Cutting Weight This work has been published in the Teen Ink monthly print magazine.

His heart races to the sound of the clock ticking in the background. Twenty more seconds and he has this match won. All he needs to do is hold on. His opponent meets his eyes with a look of defeat. Thump, thump … 15 … 14 … the clock ticks down the final seconds. The wrestler thinks of the final 40 minutes he ran to shed that extra half pound. A match easily won. Then he’s thrust into the air and, dumbfounded, he finds himself on the mat. The ­referee pounds his hand on the ground and he’s down for the count in a ­moment of weakness. The defeated wrestler watches his opponent raise his arm with the grin of a champion.

Wrestling requires blood, sweat, and tears, in addition to dedication and pure passion. As many wrestlers know, the preceeding story is more than a haunting tale: it’s a fear that fuels their drive to put more effort into becoming the best. Many wrestlers go to extremes to become champions, and they are recognized for their ability to drastically lose weight, known as “cutting.” Many of these pound-dropping skills aren’t just dangerous but also can be fatal, which is why wrestlers should not cut weight in the first place.

With 81 percent of wrestlers cutting weight, there are many unique methods to achieve the task. Some are ridiculous – myths of athletes shedding as many as 20 pounds in one night have been passed around the wrestling community. Wrestlers will go days drinking only a few sips of water and eating just a piece of fruit each day. Ultimately, the calories they burn during practice will be more than they’ve consumed in two days.

Not eating for that long takes a toll on the body. Wrestlers dream of food, yet many won’t eat for fear that they’ll exceed the limit of their weight class. Consequently, they account for three-quarters of male athletes with eating disorders. Eating disorders claim 300,000 lives a year. Weight cutting can lead to death.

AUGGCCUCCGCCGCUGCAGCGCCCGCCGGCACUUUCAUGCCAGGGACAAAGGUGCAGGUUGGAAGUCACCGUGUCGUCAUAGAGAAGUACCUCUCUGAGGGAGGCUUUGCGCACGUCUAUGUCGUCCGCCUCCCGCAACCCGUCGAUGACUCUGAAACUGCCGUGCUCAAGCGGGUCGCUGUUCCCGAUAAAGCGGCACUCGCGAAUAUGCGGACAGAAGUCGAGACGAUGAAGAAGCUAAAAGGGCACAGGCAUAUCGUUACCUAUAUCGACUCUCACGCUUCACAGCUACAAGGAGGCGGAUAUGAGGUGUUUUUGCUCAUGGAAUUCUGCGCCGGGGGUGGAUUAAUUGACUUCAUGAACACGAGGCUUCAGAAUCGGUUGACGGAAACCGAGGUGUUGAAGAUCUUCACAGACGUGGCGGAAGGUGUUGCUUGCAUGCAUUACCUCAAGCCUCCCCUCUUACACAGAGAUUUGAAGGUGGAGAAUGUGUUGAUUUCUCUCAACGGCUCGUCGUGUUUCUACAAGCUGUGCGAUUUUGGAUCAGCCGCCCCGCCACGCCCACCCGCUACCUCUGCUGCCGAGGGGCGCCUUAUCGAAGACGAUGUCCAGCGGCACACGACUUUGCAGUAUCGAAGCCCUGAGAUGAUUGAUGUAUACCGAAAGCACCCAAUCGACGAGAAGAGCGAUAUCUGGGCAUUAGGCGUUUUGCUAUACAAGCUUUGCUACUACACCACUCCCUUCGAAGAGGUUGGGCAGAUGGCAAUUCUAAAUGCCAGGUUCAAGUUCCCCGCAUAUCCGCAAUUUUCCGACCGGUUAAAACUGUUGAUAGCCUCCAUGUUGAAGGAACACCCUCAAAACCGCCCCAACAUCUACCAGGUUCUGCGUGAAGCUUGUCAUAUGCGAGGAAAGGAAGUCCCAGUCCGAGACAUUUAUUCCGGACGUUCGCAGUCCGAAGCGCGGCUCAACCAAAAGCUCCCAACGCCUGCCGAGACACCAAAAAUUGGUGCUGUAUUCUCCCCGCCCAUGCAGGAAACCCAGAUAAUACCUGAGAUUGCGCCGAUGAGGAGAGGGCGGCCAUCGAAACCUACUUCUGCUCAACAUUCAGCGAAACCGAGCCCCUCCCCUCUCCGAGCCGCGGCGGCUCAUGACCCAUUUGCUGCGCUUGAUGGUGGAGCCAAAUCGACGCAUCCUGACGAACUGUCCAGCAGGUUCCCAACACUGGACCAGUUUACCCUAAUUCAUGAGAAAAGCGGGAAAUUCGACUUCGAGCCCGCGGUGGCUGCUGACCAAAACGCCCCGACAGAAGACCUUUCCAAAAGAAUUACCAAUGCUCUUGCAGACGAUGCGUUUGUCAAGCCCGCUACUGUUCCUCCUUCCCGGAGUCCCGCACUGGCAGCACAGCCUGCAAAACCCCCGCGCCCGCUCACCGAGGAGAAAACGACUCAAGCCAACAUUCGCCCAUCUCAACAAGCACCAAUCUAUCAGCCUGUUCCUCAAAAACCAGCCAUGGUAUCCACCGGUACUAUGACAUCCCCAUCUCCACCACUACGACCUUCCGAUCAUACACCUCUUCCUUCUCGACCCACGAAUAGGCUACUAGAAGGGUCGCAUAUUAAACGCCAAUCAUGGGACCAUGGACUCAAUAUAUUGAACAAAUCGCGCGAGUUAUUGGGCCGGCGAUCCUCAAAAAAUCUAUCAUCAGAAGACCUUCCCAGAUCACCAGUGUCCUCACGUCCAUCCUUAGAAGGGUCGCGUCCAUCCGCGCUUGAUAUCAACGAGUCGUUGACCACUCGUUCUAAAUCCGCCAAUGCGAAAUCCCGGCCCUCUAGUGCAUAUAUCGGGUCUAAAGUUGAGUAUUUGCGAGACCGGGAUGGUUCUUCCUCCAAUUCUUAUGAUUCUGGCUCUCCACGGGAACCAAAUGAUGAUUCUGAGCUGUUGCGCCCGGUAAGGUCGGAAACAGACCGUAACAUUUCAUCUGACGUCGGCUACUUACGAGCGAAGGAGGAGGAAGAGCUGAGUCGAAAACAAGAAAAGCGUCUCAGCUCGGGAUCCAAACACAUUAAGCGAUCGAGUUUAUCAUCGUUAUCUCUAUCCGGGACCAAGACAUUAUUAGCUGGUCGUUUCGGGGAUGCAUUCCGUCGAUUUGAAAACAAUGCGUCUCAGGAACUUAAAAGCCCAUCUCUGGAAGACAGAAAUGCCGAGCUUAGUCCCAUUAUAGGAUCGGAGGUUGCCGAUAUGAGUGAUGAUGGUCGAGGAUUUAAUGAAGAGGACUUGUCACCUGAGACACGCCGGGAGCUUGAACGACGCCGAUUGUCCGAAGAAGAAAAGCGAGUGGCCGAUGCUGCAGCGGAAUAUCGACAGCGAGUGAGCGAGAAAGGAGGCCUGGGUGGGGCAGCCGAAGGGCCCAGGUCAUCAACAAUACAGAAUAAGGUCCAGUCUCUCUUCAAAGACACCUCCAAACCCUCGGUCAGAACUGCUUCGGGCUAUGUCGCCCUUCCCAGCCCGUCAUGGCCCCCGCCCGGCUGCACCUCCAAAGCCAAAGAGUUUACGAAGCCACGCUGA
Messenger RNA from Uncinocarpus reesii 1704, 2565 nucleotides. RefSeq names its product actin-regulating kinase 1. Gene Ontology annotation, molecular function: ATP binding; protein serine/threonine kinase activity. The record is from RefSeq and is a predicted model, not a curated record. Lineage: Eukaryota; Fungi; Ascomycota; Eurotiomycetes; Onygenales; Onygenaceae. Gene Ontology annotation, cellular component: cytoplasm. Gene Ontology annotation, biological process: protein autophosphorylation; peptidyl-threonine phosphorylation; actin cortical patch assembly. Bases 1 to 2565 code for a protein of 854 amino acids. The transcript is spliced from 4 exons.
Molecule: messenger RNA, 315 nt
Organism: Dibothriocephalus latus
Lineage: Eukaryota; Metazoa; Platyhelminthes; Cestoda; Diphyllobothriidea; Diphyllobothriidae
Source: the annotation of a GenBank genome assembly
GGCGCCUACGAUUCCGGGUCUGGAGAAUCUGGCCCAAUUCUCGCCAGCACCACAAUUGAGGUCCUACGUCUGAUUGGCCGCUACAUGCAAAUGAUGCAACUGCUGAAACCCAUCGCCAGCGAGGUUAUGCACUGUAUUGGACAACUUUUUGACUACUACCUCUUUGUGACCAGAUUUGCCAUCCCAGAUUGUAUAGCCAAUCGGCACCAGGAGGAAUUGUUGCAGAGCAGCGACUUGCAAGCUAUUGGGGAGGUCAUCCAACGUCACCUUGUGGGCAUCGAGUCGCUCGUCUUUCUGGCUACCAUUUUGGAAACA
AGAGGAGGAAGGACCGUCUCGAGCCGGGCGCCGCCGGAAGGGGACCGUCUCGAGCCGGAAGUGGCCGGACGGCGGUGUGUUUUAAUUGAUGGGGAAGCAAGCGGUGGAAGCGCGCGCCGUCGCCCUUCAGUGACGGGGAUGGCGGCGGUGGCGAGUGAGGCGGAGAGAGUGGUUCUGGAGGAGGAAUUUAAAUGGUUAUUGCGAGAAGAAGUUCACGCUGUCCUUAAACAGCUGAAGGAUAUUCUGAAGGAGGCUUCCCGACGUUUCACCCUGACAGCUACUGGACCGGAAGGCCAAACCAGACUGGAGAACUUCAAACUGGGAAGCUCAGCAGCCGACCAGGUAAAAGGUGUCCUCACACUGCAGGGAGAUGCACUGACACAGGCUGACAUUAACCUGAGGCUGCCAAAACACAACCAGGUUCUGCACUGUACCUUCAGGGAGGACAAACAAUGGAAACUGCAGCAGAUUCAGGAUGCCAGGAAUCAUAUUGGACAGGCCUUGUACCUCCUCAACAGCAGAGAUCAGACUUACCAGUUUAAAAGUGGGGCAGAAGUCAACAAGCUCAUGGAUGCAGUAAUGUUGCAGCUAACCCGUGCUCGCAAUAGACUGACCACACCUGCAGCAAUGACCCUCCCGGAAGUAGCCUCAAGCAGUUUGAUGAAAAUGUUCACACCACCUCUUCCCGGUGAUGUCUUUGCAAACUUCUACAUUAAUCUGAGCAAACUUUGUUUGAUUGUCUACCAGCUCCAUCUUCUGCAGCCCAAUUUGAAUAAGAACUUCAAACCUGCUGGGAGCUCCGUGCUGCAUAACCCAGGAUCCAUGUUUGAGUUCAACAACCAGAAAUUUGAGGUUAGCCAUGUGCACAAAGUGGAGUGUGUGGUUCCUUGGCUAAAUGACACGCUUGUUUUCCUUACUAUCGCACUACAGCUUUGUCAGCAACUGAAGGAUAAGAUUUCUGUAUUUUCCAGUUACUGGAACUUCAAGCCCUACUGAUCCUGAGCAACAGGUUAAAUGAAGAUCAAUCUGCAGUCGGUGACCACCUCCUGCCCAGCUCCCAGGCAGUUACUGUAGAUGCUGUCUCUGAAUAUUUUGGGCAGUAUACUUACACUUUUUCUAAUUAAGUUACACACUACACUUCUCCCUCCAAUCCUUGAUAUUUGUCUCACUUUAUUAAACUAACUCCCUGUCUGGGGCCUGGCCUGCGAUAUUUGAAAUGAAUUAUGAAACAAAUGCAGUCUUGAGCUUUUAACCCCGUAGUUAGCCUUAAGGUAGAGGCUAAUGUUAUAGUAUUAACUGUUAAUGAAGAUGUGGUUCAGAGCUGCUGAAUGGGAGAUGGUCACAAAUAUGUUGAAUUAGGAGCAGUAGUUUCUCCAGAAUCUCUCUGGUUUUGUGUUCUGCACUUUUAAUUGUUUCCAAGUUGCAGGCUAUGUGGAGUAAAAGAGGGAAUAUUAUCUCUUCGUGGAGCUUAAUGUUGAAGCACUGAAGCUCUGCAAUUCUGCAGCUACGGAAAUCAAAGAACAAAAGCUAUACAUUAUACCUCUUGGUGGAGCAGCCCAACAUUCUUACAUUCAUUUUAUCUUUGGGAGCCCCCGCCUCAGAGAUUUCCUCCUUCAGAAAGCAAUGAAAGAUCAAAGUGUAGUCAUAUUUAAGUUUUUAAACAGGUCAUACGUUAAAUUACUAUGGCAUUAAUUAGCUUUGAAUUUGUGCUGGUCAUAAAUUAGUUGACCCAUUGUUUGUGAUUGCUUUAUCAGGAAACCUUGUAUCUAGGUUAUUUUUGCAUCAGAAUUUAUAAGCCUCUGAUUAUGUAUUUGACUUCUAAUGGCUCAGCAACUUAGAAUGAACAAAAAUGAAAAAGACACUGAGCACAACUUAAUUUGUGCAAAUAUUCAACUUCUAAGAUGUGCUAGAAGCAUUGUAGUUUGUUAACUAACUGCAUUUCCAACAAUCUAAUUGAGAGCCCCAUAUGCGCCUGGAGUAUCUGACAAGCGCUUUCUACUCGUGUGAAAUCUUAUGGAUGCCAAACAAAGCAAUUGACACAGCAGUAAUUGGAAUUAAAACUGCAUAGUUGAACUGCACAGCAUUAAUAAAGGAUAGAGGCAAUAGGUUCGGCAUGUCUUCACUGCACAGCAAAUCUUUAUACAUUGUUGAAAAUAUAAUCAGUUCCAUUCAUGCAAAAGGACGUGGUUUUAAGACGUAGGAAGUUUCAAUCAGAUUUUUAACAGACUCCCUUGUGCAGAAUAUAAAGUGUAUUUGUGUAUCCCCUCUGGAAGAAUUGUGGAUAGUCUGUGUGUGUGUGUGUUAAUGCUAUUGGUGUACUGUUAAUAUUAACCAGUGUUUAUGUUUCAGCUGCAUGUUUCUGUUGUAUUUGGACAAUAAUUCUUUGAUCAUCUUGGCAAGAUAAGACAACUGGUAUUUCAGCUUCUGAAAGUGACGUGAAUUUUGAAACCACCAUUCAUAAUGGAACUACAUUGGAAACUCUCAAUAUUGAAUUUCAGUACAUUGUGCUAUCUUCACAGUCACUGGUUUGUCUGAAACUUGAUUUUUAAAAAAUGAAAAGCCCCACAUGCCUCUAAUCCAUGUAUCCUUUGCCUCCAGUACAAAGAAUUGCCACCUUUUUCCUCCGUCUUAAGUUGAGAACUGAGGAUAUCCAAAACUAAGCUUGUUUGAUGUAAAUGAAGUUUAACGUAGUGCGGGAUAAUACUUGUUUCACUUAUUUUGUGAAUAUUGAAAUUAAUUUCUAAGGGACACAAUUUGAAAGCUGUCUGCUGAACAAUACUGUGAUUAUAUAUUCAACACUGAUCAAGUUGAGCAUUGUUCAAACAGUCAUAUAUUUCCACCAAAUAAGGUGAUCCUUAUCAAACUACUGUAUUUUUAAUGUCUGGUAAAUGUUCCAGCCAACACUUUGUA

In 1997, three college wrestlers made national headlines, dying within 33 days of each other. Coming from Michigan, North Carolina, and Wisconsin, these dedicated athletes died from the same cause: weight cutting. In all three cases, the students experienced dehydration resulting in hypothermia after they layered on clothes and did endless workouts in heated rooms. Unfortunately, they out-worked their bodies. The perspiration they produced cooled them to the point of hypothermia resulting in heart attacks and kidney failure, all common effects of extreme weight cutting.

Following these deaths, the NCAA took steps to make wrestling safer by banning cutting techniques such as training in a room hotter than 80 ­degrees, self-induced vomiting, and extensive food or fluid restrictions. Following the actions of the NCAA, even high schools have taken precautions. The NCAA requires wrestlers to take hydration tests, checks their body fat, and restricts the amount of weight they can lose. But it’s not enough; ­unscrupulous coaches will turn their heads, and some wrestlers will overlook the rules, risking their lives for their favorite sport.

Wrestlers push themselves to the limit to make weight. These athletes seek to make themselves the biggest competitor in the smallest weight class possible. This goal taunts wrestlers to cut more and more. ­Although rules have been enforced, if wrestlers are going to be protected, officials need to banish weight cutting altogether.

Risking so much for such short-lived glory is absurd. Cutting weight is unhealthy and can lead to serious complications. Athletes must be more aware of these dangers – and listen to their bodies.

This work has been published in the Teen Ink monthly print magazine. This piece has been published in Teen Ink’s monthly print magazine.

Join the Discussion

This article has 125 comments. Post your own now!

shayna101 said...
Feb. 27, 2011 at 1:45 am
Usually, we only hear about girls and women with eating disorders, never men. This was informative and surprised me that guys would ever cut weight. This is well written and reminds us that its not only women who struggle with eating disorders, its guys too and this is a serious problem.
Clopsey said...
Feb. 5, 2011 at 10:51 pm